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England's elite in pole position

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Phil McNulty | 22:01 GMT, Wednesday, 25 February 2009

The English elite were all handed hazardous assignments in the last 16 of the Champions League - but Arsenal, Manchester United, Chelsea and Liverpool have established a solid platform to move forward into the quarter-finals.

Qualification is still a work in progress for all four, but there is now a clear opportunity for the Premier League to take up half the allocation of places in the last eight of Europe's elite competition.

Liverpool take top honours for an outstanding 1-0 win against Real Madrid in The Bernabeu, but there was real merit in the work of the rest of the so-called "Big Four" as they once again attempt to place their imprint on the latter stages of the tournament.

Not a goal conceded at home or away and a lead in three out of four ties tells the story of a job well done after the first round of games.

Rafael Benitez may have his failings when it comes to putting Liverpool top of the Premier League and keeping them there, but no-one can have any doubts about his expertise at navigating his way around Europe's most difficult locations.

And after more, in this instance groundless, speculation about his future as Liverpool manager in the hours leading up to the game, he delivered another example that he serves his case best when he sticks to football as opposed to the game's boardroom politics.

Liverpool's win was richly-deserved, based on the trademark Benitez template of solid defence setting the foundations for growing supremacy as the game progressed.

It was a match that exposed the supposedly resurgent Real under Juande Ramos as one-paced and carrying all the appearances of a spent force and Yossi Benayoun's late header was no more than Liverpool merited.

And victory was achieved, at least until the closing minutes, without the injured Steven Gerrard and despite the loss of an limping Fernando Torres on the hour.

There was little evidence that Real will enter the Anfield fortress and spring a surprise in a fortnight. Liverpool can plan for the quarter-finals and we are reaching the stage of the competition when their confidence grows and the other teams in the tournament have no particular wish to be drawn against them.

It is unwise to write off any side containing the talents on offer to Real, but Liverpool's fans will not have travelled home from Spain with any sense of trepidation after what they witnessed in The Bernabeu. I back them to qualify with comfort.

Chelsea were less convincing in their 1-0 win against Juventus, but make no mistake new coach Guus Hiddink would have taken that result before the start. The importance of not conceding a goal at home is self-evident and that priority was taken care of, albeit with the odd anxious moment.

It was a performance that mirrored Hiddink's opening win at Aston Villa, with early domination giving way to nervy times as the game went on, but two wins out of two is the start he and Roman Abramovich will have craved.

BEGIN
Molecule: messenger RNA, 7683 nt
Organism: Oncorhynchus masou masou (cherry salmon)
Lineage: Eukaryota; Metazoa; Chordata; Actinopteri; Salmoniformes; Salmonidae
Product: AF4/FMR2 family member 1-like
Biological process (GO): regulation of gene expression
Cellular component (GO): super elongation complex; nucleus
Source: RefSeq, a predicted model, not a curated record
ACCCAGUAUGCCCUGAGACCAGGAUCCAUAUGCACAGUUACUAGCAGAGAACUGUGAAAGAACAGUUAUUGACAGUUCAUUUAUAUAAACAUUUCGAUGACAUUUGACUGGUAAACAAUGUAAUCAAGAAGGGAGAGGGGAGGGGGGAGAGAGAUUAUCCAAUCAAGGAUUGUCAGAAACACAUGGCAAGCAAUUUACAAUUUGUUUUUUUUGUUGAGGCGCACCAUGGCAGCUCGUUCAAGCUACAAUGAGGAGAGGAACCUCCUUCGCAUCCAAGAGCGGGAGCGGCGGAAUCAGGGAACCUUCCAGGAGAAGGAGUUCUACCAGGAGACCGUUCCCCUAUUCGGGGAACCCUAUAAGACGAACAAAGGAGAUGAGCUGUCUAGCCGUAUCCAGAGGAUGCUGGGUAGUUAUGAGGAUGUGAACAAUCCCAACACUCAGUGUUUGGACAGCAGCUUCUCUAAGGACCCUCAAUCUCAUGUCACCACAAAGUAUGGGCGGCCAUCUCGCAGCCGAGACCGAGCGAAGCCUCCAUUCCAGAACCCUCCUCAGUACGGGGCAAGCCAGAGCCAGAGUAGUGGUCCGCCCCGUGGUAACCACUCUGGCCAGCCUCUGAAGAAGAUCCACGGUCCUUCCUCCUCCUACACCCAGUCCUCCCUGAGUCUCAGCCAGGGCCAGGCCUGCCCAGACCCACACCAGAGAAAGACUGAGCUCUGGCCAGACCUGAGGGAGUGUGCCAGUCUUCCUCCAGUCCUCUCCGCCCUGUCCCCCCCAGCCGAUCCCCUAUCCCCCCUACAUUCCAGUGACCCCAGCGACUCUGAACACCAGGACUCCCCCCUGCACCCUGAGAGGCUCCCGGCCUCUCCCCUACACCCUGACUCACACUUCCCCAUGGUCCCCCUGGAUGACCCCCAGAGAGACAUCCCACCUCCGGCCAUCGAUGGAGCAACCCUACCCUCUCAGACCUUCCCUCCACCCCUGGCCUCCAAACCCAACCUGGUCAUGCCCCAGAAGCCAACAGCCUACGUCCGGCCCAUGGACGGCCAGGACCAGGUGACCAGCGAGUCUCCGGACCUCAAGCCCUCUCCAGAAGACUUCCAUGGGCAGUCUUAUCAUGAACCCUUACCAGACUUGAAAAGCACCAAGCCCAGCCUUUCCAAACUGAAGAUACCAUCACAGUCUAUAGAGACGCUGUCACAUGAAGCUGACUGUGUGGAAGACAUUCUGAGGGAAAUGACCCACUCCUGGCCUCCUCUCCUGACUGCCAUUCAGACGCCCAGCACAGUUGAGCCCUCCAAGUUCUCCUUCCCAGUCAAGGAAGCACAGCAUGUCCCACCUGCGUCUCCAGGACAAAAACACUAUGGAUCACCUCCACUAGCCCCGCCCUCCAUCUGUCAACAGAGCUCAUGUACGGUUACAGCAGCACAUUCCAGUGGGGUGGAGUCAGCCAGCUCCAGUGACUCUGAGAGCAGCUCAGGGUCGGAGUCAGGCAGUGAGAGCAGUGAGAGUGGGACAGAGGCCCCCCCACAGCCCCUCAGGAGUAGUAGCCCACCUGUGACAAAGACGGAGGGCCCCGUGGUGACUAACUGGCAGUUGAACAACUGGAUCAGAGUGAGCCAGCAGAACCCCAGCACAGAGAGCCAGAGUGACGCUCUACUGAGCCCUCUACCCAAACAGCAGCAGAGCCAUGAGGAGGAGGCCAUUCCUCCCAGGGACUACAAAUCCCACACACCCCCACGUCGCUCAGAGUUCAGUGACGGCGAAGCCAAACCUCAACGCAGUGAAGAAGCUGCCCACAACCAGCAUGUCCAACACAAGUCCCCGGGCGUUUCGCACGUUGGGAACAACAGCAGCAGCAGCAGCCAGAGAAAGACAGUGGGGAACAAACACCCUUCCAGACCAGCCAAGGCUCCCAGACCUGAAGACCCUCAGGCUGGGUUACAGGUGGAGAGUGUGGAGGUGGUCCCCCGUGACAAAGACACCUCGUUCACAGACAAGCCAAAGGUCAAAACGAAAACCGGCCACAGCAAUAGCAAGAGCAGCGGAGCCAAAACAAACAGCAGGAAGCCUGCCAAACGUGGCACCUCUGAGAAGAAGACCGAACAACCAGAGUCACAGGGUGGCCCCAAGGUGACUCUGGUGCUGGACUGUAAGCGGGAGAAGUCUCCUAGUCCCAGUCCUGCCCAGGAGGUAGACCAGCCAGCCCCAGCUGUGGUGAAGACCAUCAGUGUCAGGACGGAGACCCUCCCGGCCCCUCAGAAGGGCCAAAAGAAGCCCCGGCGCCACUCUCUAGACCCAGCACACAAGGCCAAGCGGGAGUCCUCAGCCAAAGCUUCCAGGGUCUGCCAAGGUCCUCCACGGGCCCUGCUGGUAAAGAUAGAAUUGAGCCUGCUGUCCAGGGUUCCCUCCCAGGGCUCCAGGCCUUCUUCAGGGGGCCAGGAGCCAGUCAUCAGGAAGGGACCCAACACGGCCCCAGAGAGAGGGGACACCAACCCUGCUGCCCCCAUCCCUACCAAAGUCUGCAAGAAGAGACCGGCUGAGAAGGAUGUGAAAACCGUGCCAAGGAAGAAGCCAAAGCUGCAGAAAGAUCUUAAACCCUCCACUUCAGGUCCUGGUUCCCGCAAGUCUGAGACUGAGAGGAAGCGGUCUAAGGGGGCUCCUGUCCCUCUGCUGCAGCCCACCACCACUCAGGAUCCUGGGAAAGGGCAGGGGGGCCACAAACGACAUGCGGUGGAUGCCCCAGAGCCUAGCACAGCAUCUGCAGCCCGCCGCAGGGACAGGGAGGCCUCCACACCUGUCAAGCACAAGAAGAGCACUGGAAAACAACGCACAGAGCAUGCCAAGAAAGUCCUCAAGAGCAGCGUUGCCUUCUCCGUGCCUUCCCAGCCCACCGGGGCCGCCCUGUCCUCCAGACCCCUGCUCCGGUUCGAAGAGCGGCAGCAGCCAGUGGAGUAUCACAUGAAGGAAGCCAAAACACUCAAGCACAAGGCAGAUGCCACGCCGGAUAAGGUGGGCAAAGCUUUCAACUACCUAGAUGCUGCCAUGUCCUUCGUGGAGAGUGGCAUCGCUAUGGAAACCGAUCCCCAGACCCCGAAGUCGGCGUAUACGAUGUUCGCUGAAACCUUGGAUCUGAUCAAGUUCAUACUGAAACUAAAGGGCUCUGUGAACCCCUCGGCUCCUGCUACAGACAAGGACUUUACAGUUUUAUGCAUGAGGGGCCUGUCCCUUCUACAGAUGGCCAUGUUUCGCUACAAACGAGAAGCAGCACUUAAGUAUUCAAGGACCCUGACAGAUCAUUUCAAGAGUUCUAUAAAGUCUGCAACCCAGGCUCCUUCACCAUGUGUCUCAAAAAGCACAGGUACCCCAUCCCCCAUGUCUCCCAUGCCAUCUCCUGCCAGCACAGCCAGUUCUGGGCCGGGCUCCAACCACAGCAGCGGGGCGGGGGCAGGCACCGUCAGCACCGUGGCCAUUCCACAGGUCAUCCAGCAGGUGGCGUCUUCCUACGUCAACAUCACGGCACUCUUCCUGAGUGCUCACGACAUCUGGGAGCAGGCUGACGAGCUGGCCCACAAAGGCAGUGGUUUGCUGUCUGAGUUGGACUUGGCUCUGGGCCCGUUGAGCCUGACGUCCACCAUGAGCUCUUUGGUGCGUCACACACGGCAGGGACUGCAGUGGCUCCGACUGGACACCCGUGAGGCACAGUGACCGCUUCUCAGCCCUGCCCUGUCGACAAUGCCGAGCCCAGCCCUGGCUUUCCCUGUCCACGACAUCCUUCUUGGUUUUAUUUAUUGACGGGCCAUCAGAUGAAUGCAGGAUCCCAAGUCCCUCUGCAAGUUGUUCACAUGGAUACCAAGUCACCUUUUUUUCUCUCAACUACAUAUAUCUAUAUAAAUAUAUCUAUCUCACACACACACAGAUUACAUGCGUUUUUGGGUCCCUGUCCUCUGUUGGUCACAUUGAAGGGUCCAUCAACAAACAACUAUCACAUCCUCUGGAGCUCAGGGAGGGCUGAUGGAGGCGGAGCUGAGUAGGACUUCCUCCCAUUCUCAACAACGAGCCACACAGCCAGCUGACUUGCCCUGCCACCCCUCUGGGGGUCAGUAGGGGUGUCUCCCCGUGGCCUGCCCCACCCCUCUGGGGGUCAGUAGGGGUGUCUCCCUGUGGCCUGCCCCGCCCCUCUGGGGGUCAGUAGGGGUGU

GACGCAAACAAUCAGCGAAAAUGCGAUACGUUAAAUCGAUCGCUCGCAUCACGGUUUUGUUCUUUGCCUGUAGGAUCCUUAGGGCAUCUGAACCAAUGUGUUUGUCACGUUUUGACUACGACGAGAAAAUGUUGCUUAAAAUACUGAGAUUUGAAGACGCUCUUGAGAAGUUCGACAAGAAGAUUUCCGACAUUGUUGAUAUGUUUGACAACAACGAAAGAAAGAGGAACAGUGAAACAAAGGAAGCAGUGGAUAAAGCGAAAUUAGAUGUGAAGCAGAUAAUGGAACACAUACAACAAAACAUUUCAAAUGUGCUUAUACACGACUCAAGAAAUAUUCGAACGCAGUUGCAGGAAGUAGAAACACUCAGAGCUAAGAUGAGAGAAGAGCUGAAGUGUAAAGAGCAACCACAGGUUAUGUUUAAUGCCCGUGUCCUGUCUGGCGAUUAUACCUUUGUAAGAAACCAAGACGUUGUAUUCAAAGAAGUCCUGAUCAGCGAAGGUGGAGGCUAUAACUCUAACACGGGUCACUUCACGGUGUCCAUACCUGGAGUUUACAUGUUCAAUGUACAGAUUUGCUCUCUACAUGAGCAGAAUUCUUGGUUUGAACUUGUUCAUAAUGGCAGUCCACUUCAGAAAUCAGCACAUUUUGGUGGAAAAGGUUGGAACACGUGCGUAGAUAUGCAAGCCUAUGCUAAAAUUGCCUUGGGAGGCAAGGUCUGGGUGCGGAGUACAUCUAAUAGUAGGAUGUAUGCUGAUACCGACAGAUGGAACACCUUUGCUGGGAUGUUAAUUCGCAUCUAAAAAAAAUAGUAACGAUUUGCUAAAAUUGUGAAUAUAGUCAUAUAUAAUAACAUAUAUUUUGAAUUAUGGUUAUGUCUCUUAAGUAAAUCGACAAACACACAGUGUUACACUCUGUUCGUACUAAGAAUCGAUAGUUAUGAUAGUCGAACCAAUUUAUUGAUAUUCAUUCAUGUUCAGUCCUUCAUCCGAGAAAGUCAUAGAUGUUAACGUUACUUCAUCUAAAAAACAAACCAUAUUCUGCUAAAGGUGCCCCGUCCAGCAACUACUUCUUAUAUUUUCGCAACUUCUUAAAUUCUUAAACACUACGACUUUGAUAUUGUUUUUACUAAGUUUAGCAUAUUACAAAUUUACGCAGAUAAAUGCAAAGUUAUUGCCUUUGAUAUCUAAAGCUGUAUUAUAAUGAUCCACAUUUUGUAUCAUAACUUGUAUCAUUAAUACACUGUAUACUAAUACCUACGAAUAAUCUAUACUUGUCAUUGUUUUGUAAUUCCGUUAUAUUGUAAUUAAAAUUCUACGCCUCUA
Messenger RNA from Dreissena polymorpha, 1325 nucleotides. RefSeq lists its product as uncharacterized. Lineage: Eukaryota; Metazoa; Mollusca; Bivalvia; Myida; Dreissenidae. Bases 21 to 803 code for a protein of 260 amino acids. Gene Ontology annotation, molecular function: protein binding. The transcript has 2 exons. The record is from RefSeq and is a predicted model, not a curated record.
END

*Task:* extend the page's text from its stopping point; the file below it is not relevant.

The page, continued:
Claudio Ranieri's side may be ageing in parts, but veterans Pavel Nedved and Alessandro del Piero showed there is still life in mind and body yet and Juve will approach the second leg with genuine hope.

But Hiddink now has more time to work his methods into Chelsea's system and they will feel they can transform a slender advantage into a place in the last eight.

Arsenal and Manchester United will also be happy with their respective positions, but may just harbour a sense of opportunities missed after their encounters with Roma and Inter Milan respectively.

A 1-0 lead was a poor return in exchange for Arsenal's domination against Roma. The Italians are formidable on home territory, as Chelsea will testify, and boss Arsene Wenger must hope over-generosity in front of goal does not cost them in the second leg.

Arsenal's recent difficulties in breaking down defences has over-shadowed their outstanding defensive record in the same period, and it is a quality they will be called upon to demonstrate in Rome.

Most intriguing and finely-balanced of all is the latest round in the ongoing battle of the master managers Sir Alex Ferguson and Jose Mourinho after the goalless draw between Manchester United and Inter Milan on Tuesday.

Manchester United looked vastly superior for long periods in the San Siro, but the presence of Mourinho in the equation will make Old Trafford a nervous place to be when they meet again.

Is there more to come from Inter? Will United, like Arsenal, be forced to sweat because of a failure to turn dominance into goals?

And will the enigmatic Zlatan Ibrahimovic actually prove that he can terrorise top English defences - something he has spectacularly failed to do so far in his career?

Taken at face value, Tuesday's game demonstrated that United - even without Wayne Rooney in the starting line-up - are much the more accomplished side and should see off their great old adversary's Inter side in front of their own fans.

"The Special One" will no doubt inject his own unique brand of mischief into preparations for the second leg, but realism suggests United will have too much firepower for the Italians.

Four games, no defeats, no goals conceded although no ties settled yet - but the smart money must be on the usual quartet of Premier League suspects being present in the next stage of the Champions League.


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